Monarch Beverage Co.
Director of Technology
Major company achievements during tenure: “If it lights up, blinks, or has a cord, we’ve changed it,” said Wolff, who implemented a new order-fulfillment system and accounting, network infrastructure, warehouse automation, fleet GPS, and HR software at the beverage distribution company. “We’re an industry that values service,” he said. “Our job is to provide technology that gives a little more time and a little more information so that we can provide better service.” The company recently turned its focus to its sales organization to ensure it has the right tools in the field. “This project has forced us to update many of our existing tools to work in a mobile environment. We continuously ask ourselves, ‘How do we get the right information to the right people in a timely manner in a format that is easy to digest?’”
Tech problem solved: One major problem historically for the beverage industry has been shrinkage—product mysteriously vanishing en route to its destination. “Inventory doesn’t disappear anymore,” Wolff said. “Technology has taken away that problem. We know what went on the truck and what comes off of the truck. Occasionally, we drop things and break them, but the problem of theft has gone away.”
Challenge faced or achievement that only tech people would understand: “There are many advantages to cloud technologies, but it’s also easy to get caught up in the hype,” Wolff said. “Because we have several client-server-based applications, the correct solution for us was a hybrid strategy. We still operate a data center with a remote backup facility; however, we have pushed some key functionality to the cloud. This strategy keeps the on-premise applications functioning and allows us to take advantage of the many benefits of cloud computing.”
First computer: “My mother received a Commodore Plus/4 as a door prize.” After hooking it up, Wolff taught himself how to make a looping program that would change the color of the screen and frame. “The screen flashed through the colors so quickly it would make you nauseous in seconds … but I loved it.”
Education: bachelor’s in industrial distribution from Purdue University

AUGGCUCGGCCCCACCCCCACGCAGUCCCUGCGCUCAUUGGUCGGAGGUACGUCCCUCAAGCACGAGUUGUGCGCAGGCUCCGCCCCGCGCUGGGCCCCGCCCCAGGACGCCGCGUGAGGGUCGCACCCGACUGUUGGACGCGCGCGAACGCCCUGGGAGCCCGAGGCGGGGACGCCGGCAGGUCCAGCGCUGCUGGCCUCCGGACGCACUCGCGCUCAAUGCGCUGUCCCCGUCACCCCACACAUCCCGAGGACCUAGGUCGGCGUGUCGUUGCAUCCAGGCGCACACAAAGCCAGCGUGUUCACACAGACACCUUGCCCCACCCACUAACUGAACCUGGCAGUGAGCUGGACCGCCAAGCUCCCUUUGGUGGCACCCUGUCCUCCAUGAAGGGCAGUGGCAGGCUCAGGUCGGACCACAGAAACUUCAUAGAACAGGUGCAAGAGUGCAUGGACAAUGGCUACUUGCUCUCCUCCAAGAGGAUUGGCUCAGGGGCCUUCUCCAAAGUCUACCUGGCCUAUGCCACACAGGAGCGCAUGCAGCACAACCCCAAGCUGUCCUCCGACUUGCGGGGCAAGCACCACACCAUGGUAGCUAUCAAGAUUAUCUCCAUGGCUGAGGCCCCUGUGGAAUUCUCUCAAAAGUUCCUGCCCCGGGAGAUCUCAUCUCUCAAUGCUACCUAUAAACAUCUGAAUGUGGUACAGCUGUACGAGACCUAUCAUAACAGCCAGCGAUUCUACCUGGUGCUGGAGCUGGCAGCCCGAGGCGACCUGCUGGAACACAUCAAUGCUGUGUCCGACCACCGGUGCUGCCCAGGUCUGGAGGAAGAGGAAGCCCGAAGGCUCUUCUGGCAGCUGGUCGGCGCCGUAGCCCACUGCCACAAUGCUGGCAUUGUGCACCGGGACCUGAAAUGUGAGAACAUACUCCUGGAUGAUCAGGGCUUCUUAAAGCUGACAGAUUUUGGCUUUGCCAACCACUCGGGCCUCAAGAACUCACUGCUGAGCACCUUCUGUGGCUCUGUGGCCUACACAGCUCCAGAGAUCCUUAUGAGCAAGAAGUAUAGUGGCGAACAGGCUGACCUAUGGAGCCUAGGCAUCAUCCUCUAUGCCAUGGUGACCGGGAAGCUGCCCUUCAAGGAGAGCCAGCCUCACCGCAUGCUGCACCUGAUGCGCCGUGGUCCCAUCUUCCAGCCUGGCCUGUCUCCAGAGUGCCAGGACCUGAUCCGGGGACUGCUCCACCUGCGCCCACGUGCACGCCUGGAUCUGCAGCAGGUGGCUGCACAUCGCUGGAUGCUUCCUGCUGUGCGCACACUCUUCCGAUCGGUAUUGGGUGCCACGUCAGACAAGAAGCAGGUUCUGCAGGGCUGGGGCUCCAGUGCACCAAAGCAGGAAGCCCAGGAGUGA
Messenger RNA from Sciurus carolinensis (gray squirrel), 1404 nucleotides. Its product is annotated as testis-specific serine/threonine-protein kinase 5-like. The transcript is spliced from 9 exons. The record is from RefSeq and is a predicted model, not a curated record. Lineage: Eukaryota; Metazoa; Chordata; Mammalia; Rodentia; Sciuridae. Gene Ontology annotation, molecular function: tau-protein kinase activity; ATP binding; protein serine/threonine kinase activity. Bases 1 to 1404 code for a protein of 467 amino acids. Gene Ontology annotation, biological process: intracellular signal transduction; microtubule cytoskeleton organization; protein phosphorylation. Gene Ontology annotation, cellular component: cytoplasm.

The road to here: After graduating, Wolff found work with a consulting group focused on using technology to improve supply chain processes. Six months later, his division was spun off into a startup software company; one year after that, it was purchased by its largest competitor. “Consequently, in the first two years of my career, I had the same job with three different companies—a great lesson on being flexible.” Monarch called in 2005. “As a technologist, I assumed Monarch would be one of my many career stops. Eleven years later, it still offers tremendous challenges and growth opportunities.”
Mentor/inspiration: His parents. “My father worked his way up through corporate America and my mother is a small-business entrepreneur. The common themes between their vastly different career paths are hard work and integrity.”
Go-to websites: “Google is every IT guy’s best friend” and Reddit “is a delightful collection of relevant information and complete time wasters.”
Favorite gadget: “That’s like picking a favorite child. I love them all,” he said. “I recently upgraded my GPS running watch, so that’s been my latest bundle of joy.”
My job would be easier if … “I could see into the future.” Elaborating, he said, “I made decisions five years ago with the information I had at the time. Hindsight being 20/20, I wouldn’t have made those same decisions today. That’s true in all business areas, but maybe more so in technology where the rate of change is so fast.” The important lesson: “You can’t be right all the time, but you can always be improving.”•
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